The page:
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Andy Gray, Martin Tyler

Perhaps Andy Gray has a point - is football becoming too analytical?

Quoting Andy Gray is an awkward place to begin an article. Because of the unpleasantness which ended his time at Sky, Gray is a pariah. He and Richard Keys may be keen to stress how happy they are working for beIN in Doha, but it’s a thin act. The weather might be nice and the lifestyle agreeable, but you suspect that in their spare time Keys and Gray still run down to the beach to spell out SOS messages in the sand.

Nevertheless, while the circumstances which dictated Gray’s exile make him a lesser person, he isn't any less of an authority about the game he covers. For better or worse, he essentially created the template for Sky Sports’ brand of analysis and, in an interview conducted by The Set Pieces, has been having his say on his contemporary equivalents.

As you might expect, he’s not entirely complimentary. He’s generous in his praise for Gary Neville, still enjoys the work of Davie Provan and Andy Townsend, but professes himself to be frustrated by the modern analyst’s over-focus.

“I think we’ve gone too far from just analysing the game to analysing everything about the game.”

The reader’s mentality when approaching interviews with people like Gray is always the same. They want to skim a few lines, find a quote which best represents their feelings towards that person, and then spend the rest of the day sharing the mirth across social media. In truth, Gray’s interview presents a couple of opportunities for just that, straying dangerously close to - and sometimes into - Proper Football Man territory. Like a lot of men of his age, he clearly believes that things were better in his day. Not a crime in itself, of course, but very much what you might expect him to say.

Beyond the obvious issue, Gray and Keys have a clear PR problem. The Doha tourism board stuff rankles, certainly, but it’s background noise compared with their continued, straight-faced insistence that all of this - the Premier League, the players, the standard of football in this country as a whole - probably wouldn’t exist without them. They are the founding fathers, we are the ungrateful beneficiaries: eventually, history will remember them properly. It’s fanciful - and it’s that same self-regard which helps to perpetuate a natural aversion towards them.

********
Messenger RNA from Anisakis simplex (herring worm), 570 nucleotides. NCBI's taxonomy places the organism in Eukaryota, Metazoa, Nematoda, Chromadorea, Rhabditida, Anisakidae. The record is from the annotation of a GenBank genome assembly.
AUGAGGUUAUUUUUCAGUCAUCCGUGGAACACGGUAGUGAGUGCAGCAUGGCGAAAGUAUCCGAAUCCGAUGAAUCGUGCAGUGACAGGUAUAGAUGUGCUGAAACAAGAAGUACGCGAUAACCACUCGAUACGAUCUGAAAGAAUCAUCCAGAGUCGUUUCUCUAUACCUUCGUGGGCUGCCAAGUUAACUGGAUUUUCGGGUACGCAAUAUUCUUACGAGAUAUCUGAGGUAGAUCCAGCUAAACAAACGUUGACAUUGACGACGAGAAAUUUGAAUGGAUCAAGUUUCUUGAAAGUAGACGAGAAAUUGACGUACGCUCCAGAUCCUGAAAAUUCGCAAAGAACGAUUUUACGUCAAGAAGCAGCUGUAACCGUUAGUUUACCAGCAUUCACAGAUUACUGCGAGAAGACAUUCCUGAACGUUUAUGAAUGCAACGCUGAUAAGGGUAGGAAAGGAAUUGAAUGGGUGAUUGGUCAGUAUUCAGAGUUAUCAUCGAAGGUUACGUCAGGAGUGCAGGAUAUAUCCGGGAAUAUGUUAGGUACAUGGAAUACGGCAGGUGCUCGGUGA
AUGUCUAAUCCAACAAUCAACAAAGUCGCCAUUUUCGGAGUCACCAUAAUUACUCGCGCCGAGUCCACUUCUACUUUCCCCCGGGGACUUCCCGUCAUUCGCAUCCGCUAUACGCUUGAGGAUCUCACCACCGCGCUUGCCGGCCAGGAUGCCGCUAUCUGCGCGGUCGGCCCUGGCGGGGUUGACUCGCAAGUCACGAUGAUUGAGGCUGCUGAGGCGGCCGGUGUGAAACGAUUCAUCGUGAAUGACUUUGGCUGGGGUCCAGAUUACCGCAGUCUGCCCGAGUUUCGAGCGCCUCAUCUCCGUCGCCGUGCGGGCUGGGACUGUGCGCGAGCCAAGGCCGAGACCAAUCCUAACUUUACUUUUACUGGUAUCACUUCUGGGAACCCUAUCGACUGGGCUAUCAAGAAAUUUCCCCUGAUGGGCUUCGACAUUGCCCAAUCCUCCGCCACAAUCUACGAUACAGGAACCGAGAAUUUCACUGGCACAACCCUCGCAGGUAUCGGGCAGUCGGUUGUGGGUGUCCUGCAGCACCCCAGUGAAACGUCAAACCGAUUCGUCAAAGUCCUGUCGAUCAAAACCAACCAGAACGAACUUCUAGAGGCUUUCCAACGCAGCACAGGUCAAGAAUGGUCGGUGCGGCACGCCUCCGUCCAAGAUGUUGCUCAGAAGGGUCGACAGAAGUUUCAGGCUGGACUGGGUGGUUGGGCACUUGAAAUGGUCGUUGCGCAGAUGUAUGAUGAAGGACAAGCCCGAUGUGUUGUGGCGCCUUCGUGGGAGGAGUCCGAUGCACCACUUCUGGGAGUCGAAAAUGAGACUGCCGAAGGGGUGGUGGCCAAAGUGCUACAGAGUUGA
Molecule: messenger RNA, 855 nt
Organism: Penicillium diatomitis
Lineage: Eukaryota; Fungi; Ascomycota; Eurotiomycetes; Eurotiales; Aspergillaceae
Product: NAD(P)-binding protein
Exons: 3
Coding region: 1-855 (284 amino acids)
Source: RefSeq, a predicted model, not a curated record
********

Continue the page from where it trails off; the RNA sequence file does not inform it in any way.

Here’s an awkward truth, though (and, yes, you do hate yourself for acknowledging it): Gray has a point - modern analysis has become very self-serving and probably is over-intellectualised. There’s certainly too much emphasis on refereeing decisions and, yes, too much time is spent trying to assign blame for everything that happens across a weekend.

At his most useful, Gray imparted knowledge. His co-commentary did occasionally become irritating and, in hindsight, does now sound over-sugared with melodrama, but he was able to explain the game in a simple way - to people who, perhaps, weren’t willing to spend the small hours on social media and who didn’t brandish tactical neologisms in an effort to patronise.

“It’s become over-analytical. They talk about 4-2-3-1, 5-2-3-1, 5-4-6-1. I’ve no idea what formations we’ve got now. People just make numbers up now and add them up to make 11.”

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It’s an embellishment, of course, but it’s a quote which does capture the changing winds. Football fans have always had an appetite to learn and discover - to be led beyond the game’s curtain - and that manifested in criticism for programs such as Match Of The Day and in vitriol aimed at the “turn up and talk” merchants who still haunt the live broadcasters’ studios. It was entirely fair; much of that programming was - and remains - unjustifiably idle.

Beyond the mainstream, though, those complaints have perhaps been taken too much to heart. Football is complex and it does have many more strategic layers than the average passer-by assumes, but the aims now - at least within the internet’s more informal pockets - seem to all be powered by self-interest. Not, crucially, to inform those who engage with their work, but to demonstrate a level of understanding which places them above their peers.

The discussion and chronology of shapes, systems and formations does (and should always) have a place within the game. However, there exists a stratosphere of pseudoscience above that which doesn’t serve the same purpose and which certainly doesn’t appear to have the interests of the average match-going supporter at heart.

It’s the climate of the Philipp Lahm passing triangle diagram, a land pocked with laboured references to mediocentros, and a place in which joy and enthusiasm - tenets of the game - are hacked at and belittled. It’s a preference and a taste, so there’s no motion to outlaw here, but those who take issue with it certainly have a case. 

No, Gray is not the right prop with which to make that point and, in any case, his interview was aimed at what he sees on television rather than anything he may have encountered within the snobbish enclaves of Twitter or YouTube. However, he remains synonymous with a particular attitude towards football - all big drama, pyrotechnics, and goals - and worked as an analyst when deference to the minutiae wasn’t an implied necessity.

During a time, perhaps, before simple, joyful digestion of the game became such a faux pas.

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